Democratic Contemption & Life in the Bush Leagues
American Politics Go To Hell During the '92 Conventions
By Turk Pipkin
"It's a continuous challenge," says carnival geek Todd Robbins shortly after eating a 60 watt light bulb, "to mount stranger things here than the Democrats put in the Garden."
I have fled Bill Clinton's Greatest Show on Earth and taken the "F" train to this Coney Island's Sideshow because I have heard all the Dan Quayle jokes I can stand. ("They asked Quayle to spell Mississippi. He said 'The river or the state?'")
Normally a three ring affair of mixed focus, this year's Democratic Convention was staged for television, complete with star-shaped sweeping spotlights, a circus band and just one set of previously approved opinions. No time for platform debates or the noisy distractions of those clowns from labor, family farming and the Rainbow Coalition.
To perfect this flawless salto mortale, the Democrats constructed a back-stage mock-up of the real podium and teleprompter so that Ron "P.T. Barnum" Brown could run his troops through their bare-back paces while the band rehearsed "Sabre Dance" and Sousa marches in the hall.
And with Dan Quayle's ineptitude providing the wind beneath his wings, Party head Brown cleverly transformed the big "D" Democrats from a loose rabble of social do-gooders to a well-oiled locomotive fired by $11 million in federal funds. (The GOP got the same amount and it's your own fault if you checked the Presidential election box on form 1040.) Brown raised another $20 million from the City of New York and much more from corporations and PAC's. Freudian slips abounded. One tongue-tied newscaster referred to it as the "Democratic Contemption." Another labeled the DNC, the "DMZ."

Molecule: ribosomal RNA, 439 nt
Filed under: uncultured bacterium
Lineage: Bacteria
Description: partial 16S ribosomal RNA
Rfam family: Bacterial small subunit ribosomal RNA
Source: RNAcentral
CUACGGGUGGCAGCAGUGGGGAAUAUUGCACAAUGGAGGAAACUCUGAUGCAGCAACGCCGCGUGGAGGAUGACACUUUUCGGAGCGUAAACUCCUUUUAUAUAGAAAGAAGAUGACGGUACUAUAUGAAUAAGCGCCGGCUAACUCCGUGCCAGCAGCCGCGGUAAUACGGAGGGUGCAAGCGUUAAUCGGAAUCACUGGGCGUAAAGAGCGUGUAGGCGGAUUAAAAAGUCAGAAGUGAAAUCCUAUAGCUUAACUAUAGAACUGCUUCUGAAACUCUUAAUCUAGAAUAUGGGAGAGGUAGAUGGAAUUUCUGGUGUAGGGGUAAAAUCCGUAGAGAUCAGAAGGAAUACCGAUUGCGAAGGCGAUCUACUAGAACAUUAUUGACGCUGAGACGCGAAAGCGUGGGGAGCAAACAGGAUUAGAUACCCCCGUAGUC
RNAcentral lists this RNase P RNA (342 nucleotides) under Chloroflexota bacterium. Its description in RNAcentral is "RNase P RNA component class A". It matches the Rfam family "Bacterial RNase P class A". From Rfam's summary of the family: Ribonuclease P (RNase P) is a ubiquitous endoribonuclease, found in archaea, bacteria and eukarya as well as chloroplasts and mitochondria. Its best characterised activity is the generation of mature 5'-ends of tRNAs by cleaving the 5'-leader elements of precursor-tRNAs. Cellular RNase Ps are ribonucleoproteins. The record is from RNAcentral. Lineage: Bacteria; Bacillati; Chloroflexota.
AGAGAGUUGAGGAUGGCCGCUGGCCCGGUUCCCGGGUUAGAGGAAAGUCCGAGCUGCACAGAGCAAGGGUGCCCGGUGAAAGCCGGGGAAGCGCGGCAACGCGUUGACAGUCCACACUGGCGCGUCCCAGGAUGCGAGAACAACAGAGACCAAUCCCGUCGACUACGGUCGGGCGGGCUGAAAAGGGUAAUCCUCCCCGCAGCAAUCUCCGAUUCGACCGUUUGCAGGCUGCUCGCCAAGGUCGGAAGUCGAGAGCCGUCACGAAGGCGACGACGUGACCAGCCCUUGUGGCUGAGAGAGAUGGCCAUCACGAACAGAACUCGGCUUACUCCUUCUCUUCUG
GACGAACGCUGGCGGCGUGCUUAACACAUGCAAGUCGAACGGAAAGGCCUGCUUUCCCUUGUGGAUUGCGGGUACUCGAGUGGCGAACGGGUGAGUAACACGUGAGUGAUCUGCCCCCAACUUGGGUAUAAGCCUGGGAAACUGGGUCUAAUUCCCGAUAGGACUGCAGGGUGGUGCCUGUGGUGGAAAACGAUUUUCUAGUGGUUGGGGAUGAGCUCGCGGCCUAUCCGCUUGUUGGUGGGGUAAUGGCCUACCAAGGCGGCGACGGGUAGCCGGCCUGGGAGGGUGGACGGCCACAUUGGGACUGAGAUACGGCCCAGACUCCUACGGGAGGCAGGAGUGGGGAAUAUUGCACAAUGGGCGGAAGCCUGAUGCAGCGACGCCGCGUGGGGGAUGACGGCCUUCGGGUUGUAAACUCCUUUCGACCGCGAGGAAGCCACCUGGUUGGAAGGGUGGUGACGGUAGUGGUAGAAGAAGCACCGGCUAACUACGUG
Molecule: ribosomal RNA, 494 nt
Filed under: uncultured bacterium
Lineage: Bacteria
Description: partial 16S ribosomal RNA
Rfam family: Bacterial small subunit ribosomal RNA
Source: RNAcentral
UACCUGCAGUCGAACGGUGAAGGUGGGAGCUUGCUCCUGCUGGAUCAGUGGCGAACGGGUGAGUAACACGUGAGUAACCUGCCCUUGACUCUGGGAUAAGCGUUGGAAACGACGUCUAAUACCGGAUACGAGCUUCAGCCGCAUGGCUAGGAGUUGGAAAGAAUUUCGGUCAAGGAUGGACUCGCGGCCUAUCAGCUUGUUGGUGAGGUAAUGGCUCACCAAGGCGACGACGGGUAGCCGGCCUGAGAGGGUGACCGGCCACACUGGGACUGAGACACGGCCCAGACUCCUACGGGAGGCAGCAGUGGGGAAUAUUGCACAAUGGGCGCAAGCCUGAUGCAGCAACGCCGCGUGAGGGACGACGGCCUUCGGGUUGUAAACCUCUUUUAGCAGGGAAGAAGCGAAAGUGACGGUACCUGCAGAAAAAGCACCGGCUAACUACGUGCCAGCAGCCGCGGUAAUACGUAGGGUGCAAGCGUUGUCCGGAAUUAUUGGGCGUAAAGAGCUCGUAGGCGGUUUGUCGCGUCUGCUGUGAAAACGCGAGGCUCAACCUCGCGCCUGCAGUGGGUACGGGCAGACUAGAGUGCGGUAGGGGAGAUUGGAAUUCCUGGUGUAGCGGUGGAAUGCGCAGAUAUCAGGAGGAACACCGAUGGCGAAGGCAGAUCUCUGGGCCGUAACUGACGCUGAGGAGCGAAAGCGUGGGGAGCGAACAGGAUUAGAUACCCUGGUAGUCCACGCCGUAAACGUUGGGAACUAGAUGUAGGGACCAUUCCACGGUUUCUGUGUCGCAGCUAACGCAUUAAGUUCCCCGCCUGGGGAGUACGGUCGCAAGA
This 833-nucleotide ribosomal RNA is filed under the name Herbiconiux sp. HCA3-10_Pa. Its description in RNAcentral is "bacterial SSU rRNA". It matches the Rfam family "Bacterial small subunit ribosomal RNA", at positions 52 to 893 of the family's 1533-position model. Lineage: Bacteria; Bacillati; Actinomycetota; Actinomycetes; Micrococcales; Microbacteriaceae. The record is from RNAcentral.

In fact, both the Democratic and Republican confabs were paid for by the same tainted mixture of public funds and corporate money. No one knows whether the donors will get their problems solved through legislation or high level interference, but the investments are sound nonetheless because all the donations are tax-deductible as ordinary and necessary business expenses. And somehow that don't seem right.
A press pass will do you no good at "Sideshow by the Sea" but a buck will let you watch the show all day. Having washed down his light bulb with Perrier, Todd Robbins proceeds to hammer a six inch steel spike into his nose. (George Bush, who says he'll do anything to get re-elected, would be a natural for this human blockhead routine). Asked to poll the fat ladies and sword swallowers on their preference in the election, Robbins soon returns with a decision of unanimous apathy, except that each and every one of the performers plans to vote for Bill Clinton because of an overwhelming desire to vote against George Bush.
I return to the Garden but my heart is no longer with it. There's only so much planned spontaneity one can take. Still, after the last balloon has fallen I watch the exhausted delegates struggle for the exits. Slipping on the mylar confetti and stumbling over piles of discarded signs, they look like a thousand Gerald Fords trying to climb back into a tiny clown car. Victims of excess, they make me realize that if the Democrats don't clean up their act – someone's going to get hurt.
In Houston the temperatures were nice but the humility was stifling. Anticipating the Democrats' giant convention bounce, the Republicans evicted the hapless Houston Astros from their air-conditioned confines and moved in for an all-American "Bush-league" series with myopic vision as their only opponent.
The opening pep rally in the nearby Astro Arena kicked into Republican high gear with the fanny-shaking family values of the Houston Oiler Dancers whose pelvic thrusts had one male delegate chewing on a red, white and blue pen.